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The aim of this study was to (1) to explore the validity of the depression diagnosis made by the general practitioner (GP) and factors associated with it, (2) to estimate rates of treatment adequacy for depression and factors associated with it and (3) to study how rates of treatment adequacy vary when using different assessment methods and criteria. Epidemiological survey carried out in 77 primary care centres representative of Catalonia. A total of 3815 patients were assessed. GPs identified 69 out of the 339 individuals who were diagnosed with a major depressive episode according to the Structured Clinical Interview for DSM-IV Axis I Disorders (SCID-I) (sensitivity 0.22; kappa value: 0.16). The presence of emotional problems as the patients' primary complaint was associated with an increased probability of recognition. Rates of adequacy differed according to criteria: in the cases detected with the SCID-I interview, adequacy was 39.35% when using only patient self-reported data and 54.91% when taking into account data from the clinical chart. Rates of adequacy were higher when assessing adequacy among those considered depressed by the GP. GPs adequately treat most of those whom they consider to be depressed. However, they fail to recognise depressed patients when compared to a psychiatric gold standard. Rates of treatment adequacy varied widely depending on the method used to assess them.
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Cognitive theories of depression posit that people's thoughts, inferences, attitudes, and interpretations, and the way in which they attend to and recall information, can increase their risk for depression. Three mechanisms have been implicated in the relation between biased cognitive processing and the dysregulation of emotion in depression: inhibitory processes and deficits in working memory, ruminative responses to negative mood states and negative life events, and the inability to use positive and rewarding stimuli to regulate negative mood. In this review, we present a contemporary characterization of depressive cognition and discuss how different cognitive processes are related not only to each other, but also to emotion dysregulation, the hallmark feature of depression. We conclude that depression is characterized by increased elaboration of negative information, by difficulties disengaging from negative material, and by deficits in cognitive control when processing negative information. We discuss treatment implications of these conclusions and argue that the study of cognitive aspects of depression must be broadened by investigating neural and genetic factors that are related to cognitive dysfunction in this disorder. Such integrative investigations should help us gain a more comprehensive understanding of how cognitive and biological factors interact to affect the onset, maintenance, and course of depression.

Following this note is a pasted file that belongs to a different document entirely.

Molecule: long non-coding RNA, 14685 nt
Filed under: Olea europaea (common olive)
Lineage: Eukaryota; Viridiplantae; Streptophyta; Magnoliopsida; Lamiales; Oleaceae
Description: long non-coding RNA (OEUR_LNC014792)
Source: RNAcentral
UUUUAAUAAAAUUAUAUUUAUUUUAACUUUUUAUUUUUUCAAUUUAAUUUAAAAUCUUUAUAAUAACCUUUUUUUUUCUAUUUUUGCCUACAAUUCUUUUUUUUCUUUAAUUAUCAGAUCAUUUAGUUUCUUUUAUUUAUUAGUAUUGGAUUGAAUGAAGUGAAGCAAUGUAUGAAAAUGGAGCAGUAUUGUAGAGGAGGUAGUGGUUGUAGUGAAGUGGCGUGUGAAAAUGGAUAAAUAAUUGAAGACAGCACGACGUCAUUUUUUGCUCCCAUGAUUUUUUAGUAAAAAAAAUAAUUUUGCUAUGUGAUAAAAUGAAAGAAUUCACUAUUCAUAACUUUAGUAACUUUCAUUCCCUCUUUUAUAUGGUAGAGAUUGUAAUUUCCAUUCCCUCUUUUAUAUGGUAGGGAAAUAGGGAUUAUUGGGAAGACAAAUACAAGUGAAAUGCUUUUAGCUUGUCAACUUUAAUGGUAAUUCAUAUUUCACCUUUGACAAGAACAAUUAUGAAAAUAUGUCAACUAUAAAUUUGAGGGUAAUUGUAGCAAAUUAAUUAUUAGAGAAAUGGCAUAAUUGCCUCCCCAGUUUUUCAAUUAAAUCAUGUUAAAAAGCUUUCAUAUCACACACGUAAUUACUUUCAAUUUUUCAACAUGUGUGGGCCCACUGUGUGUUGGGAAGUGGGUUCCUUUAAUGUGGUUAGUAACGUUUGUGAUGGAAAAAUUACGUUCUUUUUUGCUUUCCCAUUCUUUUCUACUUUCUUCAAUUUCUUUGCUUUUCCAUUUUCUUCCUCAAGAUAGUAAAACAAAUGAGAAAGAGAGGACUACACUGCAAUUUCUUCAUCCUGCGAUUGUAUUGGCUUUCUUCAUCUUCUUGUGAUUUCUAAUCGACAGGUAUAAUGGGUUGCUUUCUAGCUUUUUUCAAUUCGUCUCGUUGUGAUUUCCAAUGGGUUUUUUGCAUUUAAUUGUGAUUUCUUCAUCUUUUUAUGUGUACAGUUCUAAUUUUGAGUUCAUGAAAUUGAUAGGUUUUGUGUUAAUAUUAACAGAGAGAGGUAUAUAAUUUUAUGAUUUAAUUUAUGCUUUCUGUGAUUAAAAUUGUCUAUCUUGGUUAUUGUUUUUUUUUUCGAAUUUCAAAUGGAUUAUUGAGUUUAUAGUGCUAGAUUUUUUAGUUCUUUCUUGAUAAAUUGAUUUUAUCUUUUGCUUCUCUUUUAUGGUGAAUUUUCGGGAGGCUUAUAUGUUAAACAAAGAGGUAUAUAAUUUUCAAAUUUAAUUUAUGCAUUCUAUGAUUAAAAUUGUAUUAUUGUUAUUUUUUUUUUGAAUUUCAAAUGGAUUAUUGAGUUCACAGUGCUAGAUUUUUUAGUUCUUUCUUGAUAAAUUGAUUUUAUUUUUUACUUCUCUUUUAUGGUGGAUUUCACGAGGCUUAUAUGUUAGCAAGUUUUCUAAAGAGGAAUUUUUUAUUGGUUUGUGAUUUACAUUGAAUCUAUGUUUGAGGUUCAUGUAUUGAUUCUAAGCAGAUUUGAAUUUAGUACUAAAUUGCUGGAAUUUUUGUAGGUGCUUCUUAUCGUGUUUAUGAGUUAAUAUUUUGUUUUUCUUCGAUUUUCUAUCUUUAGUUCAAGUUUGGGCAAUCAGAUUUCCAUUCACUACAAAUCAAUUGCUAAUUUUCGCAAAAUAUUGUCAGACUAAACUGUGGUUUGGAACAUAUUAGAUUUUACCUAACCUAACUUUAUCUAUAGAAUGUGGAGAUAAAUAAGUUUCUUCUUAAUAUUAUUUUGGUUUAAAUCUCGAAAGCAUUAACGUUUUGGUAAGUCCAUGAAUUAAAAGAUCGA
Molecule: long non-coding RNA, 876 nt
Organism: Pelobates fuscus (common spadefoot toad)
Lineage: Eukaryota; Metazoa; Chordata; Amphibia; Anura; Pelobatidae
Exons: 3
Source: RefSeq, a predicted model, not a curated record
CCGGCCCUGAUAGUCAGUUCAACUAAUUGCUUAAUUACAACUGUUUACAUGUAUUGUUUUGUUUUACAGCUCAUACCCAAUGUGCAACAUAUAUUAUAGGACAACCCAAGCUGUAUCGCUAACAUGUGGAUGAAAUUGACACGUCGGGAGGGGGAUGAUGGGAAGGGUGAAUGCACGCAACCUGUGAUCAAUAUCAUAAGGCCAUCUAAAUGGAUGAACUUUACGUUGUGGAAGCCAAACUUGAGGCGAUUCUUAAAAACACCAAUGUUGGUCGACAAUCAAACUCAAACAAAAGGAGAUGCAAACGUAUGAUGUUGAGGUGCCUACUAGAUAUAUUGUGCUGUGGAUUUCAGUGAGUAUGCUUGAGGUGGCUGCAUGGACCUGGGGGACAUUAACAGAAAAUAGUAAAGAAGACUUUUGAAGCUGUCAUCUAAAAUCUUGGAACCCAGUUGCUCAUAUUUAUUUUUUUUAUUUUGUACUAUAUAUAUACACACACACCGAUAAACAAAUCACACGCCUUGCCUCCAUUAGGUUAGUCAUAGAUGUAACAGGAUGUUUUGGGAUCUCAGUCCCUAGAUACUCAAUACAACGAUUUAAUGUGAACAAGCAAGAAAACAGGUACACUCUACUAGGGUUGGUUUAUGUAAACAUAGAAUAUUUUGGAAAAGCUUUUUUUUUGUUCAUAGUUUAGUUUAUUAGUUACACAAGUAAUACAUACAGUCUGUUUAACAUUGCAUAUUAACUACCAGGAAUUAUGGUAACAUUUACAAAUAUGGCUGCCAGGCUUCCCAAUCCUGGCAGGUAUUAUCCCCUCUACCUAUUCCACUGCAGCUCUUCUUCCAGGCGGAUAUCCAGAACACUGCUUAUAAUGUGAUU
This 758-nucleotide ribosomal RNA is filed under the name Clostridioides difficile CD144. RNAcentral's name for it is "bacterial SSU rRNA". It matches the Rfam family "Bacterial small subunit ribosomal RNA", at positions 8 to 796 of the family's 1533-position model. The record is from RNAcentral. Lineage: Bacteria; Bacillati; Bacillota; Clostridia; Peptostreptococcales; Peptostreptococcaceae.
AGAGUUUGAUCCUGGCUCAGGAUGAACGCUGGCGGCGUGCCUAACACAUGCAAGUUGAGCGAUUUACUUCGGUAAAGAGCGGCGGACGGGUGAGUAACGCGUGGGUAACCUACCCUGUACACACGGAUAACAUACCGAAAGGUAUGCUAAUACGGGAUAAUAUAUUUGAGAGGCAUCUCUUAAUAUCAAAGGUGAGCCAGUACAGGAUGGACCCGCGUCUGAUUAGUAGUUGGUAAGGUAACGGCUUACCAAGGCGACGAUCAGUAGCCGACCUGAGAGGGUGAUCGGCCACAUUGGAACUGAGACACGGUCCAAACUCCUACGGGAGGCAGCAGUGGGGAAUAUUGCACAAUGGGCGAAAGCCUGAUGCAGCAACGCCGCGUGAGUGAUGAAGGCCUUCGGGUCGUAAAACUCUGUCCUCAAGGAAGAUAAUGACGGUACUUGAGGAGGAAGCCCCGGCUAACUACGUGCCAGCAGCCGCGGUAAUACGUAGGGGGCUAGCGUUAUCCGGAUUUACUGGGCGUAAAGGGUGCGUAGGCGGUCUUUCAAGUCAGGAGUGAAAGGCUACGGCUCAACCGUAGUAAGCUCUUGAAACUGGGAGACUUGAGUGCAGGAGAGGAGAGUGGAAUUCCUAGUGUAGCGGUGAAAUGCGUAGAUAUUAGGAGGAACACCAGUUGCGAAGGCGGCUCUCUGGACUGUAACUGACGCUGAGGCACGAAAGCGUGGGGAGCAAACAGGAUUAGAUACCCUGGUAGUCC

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Biases toward processing negative versus positive information vary as a function of level of awareness, and are modulated by monoamines. Excessive biases are associated with individual differences in mood and emotional stability, and emotional disorder. Here, we examined the impact of the catechol-O-methyltransferase (COMT) Val(108/158)Met polymorphism, involved in dopamine and norepinephrine catabolism, on both emotional brain function and self-reported negativity bias. COMT genotyping and self-reported level of negativity bias were completed for 46 healthy participants taking part in the Brain Resource International Database. Functional MRI was undertaken during perception of facial expressions of fear and happiness presented under unmasked (consciously identified) and masked (to prevent conscious detection) conditions. Structural MR images were also acquired. A greater number of COMT Met alleles predicted increased activation in brainstem, amygdala, basal ganglia and medial prefrontal regions for conscious fear, but decreased activation for conscious happiness. This pattern was also apparent for brainstem activation for the masked condition. Effects were most apparent for females. These differences could not be explained by gray matter variations. The Met-related profile of activation, particularly prefrontally, predicted greater negativity bias associated with risk for emotional disorder. The findings suggest that the COMT Met allele modulates neural substrates of negative versus positive emotion processing. This effect may contribute to negativity biases, which confer susceptibility for emotional disorders.